Ordinary language is all right.
One could divide humanity into two classes:
those who master a metaphor, and those who hold by a formula.
Those with a bent for both are too few, they do not comprise a class.
This newness is especially significant to me because Lazer Guided Melodies has always sounded a little washed-out to me, a tiny bit muddy. I think it's always been a psychological thing, since for what it's shooting for it does everything quite well.
Lately with a number of things I've been having the experience of hearing anew music that I had not listened to for a substantial time. It's been happening in the same way for everything, too: all the sounds are brighter, punchier, better defined. I notice parts that feel like they've never been there before. The last two records it happened with were The Blueprint and Rock Action, admittedly records I haven't been away from long. Tonight it's Spiritualized's first album, Lazer Guided Melodies. Though the surface experiences were similar for all three albums, it feels a lot different to hear new things with the Spiritualized record because I love the record so much and I have such a history with it, compared to the other two. Maybe it's kind of like being reminded of something, having a memory called to mind, only instead of having the faded aspect of a memory everything seems as it did the first tiem around. Only, intensified, because of the sense of newness that comes from hearing things in a new light.
Also, I had a flash of a related memory, walking down a hall somewhere (either upstairs or in the basement) in Carver Hall, the building at Iowa State where my math department was, listening to "Shine a Light". Nothing else though.
Ooh I forgot I listened to the Wu-Tang today too. I wonder if they still do the thing where whoever likes a beat can rhyme over it, then the best rhymes get chosen to go on the track.
Favorite josh blog word is obviously, by the way, 'seem'. Reasons should be apparent, making word count analysis a waste of time.
Also, despite my absence not being that long, the time away from The Blueprint made me more conscious of how strong an emotional bond with the music I developed over the fall and earlier this winter. I certainly think the music did its part, but it feels more like something I did, by just playing it a lot and having my usual everyday feelings alongside it. The importance of these bonds should not be discounted. The fact that they developed for music that I'm traditionally less emotionally attached to (especially in the "emotional" usually applied to music, i.e. sadness, really passionate stuff, joy, etc.) cannot only be explained away in terms of frequent exposure. For this ignores how lots of otherwise more emotionally affective music gets an in, as it were, by being played a lot and just fitting the requisite mold I have prepared for it - music to have emotional bonds formed wit. (This is because, oho, where did that mold come from?)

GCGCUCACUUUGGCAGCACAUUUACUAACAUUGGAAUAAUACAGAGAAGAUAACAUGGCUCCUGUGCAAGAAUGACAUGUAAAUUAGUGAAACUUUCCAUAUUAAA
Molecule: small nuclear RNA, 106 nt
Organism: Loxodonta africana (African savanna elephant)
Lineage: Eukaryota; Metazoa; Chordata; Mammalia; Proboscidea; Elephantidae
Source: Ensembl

After not hearing The Blueprint for a while, and mostly Vol. 2: Hard Knock Life instead, the former sounds far more opulent. I think Fred said something about how lush the strings sound, somewhere on here. At the time I couldn't understand how he could think that. Everything seemed very... faded, I guess I want to say, though that's not quite right. Monochrome maybe. But now, after a bit of a break (hearing the different arrangements, perhaps more monochrome actually, on Unplugged may have had something to do with it too), there are all kinds of colors. Things seem placed more spaciously in the sound stage, and I'm noticing more parts of the samples standing out as separate parts, rather than all sounding like one monolithic sample.
A separate thing, but on the rap-and-jazz-similar tip (see below): I've noticed before but tonight the contrasts between Jay's flow and Eminem's flow on "Renegade" especially struck me. Eminem is uncharacteristically lyrical there, still, but since tonight I was already thinking more about the difficulty of Jay's rhymes, I thought that juxtaposition with Em's verses made his on that song seem even more syntactically and semantically obfuscated (but in a good sense) than usual; it also shed light on all of Jay's rhymes. He uses so much slang, and otherwise colorful language, yes. But also, more importantly, his rhymes sort of go wherever they want, or have to. Constant use of enjambments (like Outkast!), and that's probably just the start of it. Could it be that this has something to do with Eminem's success? His rhymes elsewhere are crazier but as I remember they're still a bit more linguistically tame, even if his flow is great (I don't want to detract from his accomplishment, is what I mean - he's just doing something different).
The opening string bit just hangs suspended for what feels like forever before the beat drops.
Cannonball's playing just sounds so effortless!
The experiences of listening to fast bebop and fast rapping feel very similar to me: the same sense of (me) trying to catch up, follow it, put everything together into a coherent whole.
Today's listening: Talking Heads on the way in, them some Pan American at my desk, then Emergency & I, Jay-Z on the way home, and now Milestones.